Abstract

Bilinguals have distinct linguistic experiences relative to monolinguals, stemming from interactions with the environment and the individuals therein. Theories of language control hypothesize that these experiences play a role in adapting the neurocognitive systems responsible for control. Here we posit a potential mechanism for these adaptations, namely that bilinguals face additional language-related uncertainties on top of other ambiguities that regularly occur in language, such as lexical and syntactic competition. When faced with uncertainty in the environment, people adapt internal representations to lessen these uncertainties, which can aid in executive control and decision-making.

We overview a cognitive framework on uncertainty, which we extend to language and bilingualism. We then review two “case studies,” assessing language-related uncertainty for bilingual contexts using language entropy and network scientific approaches. Overall, we find that there is substantial individual variability in the extent to which people experience language-related uncertainties in their environments, but also regularity across some contexts. This information, in turn, predicts cognitive adaptations associated with language fluency and engagement in proactive cognitive control strategies. These findings suggest that bilinguals adapt to the cumulative language-related uncertainties in the environment.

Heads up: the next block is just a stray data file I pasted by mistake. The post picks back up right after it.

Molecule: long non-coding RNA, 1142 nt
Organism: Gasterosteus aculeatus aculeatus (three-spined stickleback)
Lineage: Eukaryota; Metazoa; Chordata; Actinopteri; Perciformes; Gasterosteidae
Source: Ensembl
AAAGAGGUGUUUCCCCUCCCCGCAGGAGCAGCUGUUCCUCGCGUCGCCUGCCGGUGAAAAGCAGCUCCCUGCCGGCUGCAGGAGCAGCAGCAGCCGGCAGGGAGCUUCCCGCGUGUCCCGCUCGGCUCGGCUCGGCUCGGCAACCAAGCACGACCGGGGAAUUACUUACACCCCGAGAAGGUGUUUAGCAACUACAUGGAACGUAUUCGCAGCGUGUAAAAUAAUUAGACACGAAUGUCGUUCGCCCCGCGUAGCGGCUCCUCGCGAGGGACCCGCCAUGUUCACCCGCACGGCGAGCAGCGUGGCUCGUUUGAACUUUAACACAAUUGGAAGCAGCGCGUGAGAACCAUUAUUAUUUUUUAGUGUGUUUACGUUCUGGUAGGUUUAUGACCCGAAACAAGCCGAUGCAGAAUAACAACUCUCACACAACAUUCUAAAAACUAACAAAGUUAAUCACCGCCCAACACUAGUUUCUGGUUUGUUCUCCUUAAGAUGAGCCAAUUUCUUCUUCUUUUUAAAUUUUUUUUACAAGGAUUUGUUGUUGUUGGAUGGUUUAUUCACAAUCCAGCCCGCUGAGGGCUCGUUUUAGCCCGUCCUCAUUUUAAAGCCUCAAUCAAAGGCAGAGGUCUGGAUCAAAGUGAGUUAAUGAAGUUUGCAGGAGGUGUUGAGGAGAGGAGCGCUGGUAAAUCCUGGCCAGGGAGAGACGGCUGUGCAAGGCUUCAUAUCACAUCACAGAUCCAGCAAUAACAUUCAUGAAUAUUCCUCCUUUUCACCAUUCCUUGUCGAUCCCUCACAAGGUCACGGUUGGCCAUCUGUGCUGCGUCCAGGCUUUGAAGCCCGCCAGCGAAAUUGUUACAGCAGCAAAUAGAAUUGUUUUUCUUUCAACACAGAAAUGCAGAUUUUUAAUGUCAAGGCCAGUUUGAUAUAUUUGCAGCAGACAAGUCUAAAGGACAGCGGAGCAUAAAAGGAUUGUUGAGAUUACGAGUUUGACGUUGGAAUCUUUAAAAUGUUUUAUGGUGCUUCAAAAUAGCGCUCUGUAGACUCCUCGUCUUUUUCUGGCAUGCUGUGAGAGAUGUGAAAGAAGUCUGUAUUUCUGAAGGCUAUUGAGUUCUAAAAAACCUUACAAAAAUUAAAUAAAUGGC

We conclude by suggesting avenues for future research and links with other research domains. Ultimately, a focus on uncertainty will help bridge traditionally separate scientific domains, such as language processing, bilingualism, and decision-making.

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Author notes

Competing Interests: The authors have declared that no competing interests exist.

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